The question posed in the title above is such a common modern cliché—often for people stuck for what to say—it’s not funny. Yet, speaking non-truths like this with routine abandon denigrates us more than we often think or know.
Before we plunge into the issue itself, let’s first refresh ourselves with one of the most important things Jesus ever said:
“The thief comes only to steal and kill and destroy; I have come that they might have life, and have it to the full.”
~John 10:10 (NIV).
Lies initially, then truth. This is what Jesus is saying. Whether we’re Christian or not, this principle is true to all of life. One way or the other we stand for either truth or we perpetuate the lie—we all do.
Indeed, we tolerate lies and forgive same. We have to; we’re human. But this very knowledge we have regarding our common propensity is alone setting us free.
Most Cliché is Broad Truth, but It’s Often Applied Inappropriately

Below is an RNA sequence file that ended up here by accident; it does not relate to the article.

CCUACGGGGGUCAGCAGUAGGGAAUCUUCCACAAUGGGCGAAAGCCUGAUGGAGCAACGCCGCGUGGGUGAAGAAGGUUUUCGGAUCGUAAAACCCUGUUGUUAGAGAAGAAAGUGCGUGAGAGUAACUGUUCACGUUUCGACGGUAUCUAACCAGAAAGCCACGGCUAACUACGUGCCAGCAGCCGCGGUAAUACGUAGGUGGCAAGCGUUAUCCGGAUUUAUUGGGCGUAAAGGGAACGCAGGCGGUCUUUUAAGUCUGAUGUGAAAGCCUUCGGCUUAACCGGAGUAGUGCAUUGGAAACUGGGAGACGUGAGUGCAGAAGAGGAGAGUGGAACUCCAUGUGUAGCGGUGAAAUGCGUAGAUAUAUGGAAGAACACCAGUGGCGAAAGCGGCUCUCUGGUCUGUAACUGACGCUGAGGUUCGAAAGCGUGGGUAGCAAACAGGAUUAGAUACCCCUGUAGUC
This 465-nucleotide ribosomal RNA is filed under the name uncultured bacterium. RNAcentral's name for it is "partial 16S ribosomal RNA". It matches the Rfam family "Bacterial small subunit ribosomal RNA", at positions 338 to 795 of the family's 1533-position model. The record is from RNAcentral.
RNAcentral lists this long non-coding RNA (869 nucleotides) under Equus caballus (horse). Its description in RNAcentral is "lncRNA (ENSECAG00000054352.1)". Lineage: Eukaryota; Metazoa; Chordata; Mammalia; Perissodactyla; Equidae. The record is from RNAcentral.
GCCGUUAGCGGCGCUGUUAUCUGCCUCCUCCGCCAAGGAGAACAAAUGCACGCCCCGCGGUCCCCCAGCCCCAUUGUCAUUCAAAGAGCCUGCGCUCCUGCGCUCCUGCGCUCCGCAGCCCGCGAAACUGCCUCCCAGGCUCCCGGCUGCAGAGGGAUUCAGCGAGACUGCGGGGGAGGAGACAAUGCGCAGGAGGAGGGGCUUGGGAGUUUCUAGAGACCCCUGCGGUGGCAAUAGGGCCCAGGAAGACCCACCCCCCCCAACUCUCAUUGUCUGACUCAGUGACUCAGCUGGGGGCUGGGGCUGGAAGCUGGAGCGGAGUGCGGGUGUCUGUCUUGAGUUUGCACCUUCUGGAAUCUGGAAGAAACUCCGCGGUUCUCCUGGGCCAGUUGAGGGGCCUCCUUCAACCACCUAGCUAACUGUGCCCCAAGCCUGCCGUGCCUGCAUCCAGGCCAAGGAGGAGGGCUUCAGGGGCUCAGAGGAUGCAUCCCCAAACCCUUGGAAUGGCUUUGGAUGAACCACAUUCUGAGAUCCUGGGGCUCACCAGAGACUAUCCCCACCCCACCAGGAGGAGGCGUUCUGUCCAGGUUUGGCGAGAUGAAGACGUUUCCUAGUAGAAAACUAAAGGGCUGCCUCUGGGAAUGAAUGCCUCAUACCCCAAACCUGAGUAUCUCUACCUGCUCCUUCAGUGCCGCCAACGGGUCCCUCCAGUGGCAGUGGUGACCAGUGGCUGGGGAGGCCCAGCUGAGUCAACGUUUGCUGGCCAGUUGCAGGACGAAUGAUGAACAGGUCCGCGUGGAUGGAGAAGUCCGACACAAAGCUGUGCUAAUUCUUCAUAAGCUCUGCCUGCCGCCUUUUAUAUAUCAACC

The time only seems to be travelling quickly; we suspect this because we either have so much on or, paradoxically, because we are letting life slip through from between our fingers.
Time is one of the most constant of the constants, if that makes sense.
No second is faster or slower than another. Time incongruence is an oxymoron; when we think these ways we encourage a very insidious form of insanity.
Possibly the worst thing—and this gets us back to the original issue of truth versus lies—is we’re incongruent not only in our words, but also with others via our small talk. Do we think it’s even possible to personalise our communication with complete strangers? It is. We just need to be ourselves.
Making the Most of Father Time
For us to propagate that time is flying by is at best a reminder to make the most of it in the immediate future, and at worst it’s a reminder that we’re falling for a commonplace lie; the result of which will almost certainly be less of the abundant life that Jesus came to give all—a life freely available to us now.
The less we speak in such incongruent ways the more truth will stick hard and fast to us; not one day or one year will appear to go faster or slower than the other. Time will just ‘be.’
We will then dispel this perception, saving our precious conscious thought for things more worthy, like marvelling over the mystery of time in context with the movement of life—which is ironically quite close to the original false thought, but it’s bounded to truth i.e. God.
© 2010 S. J. Wickham.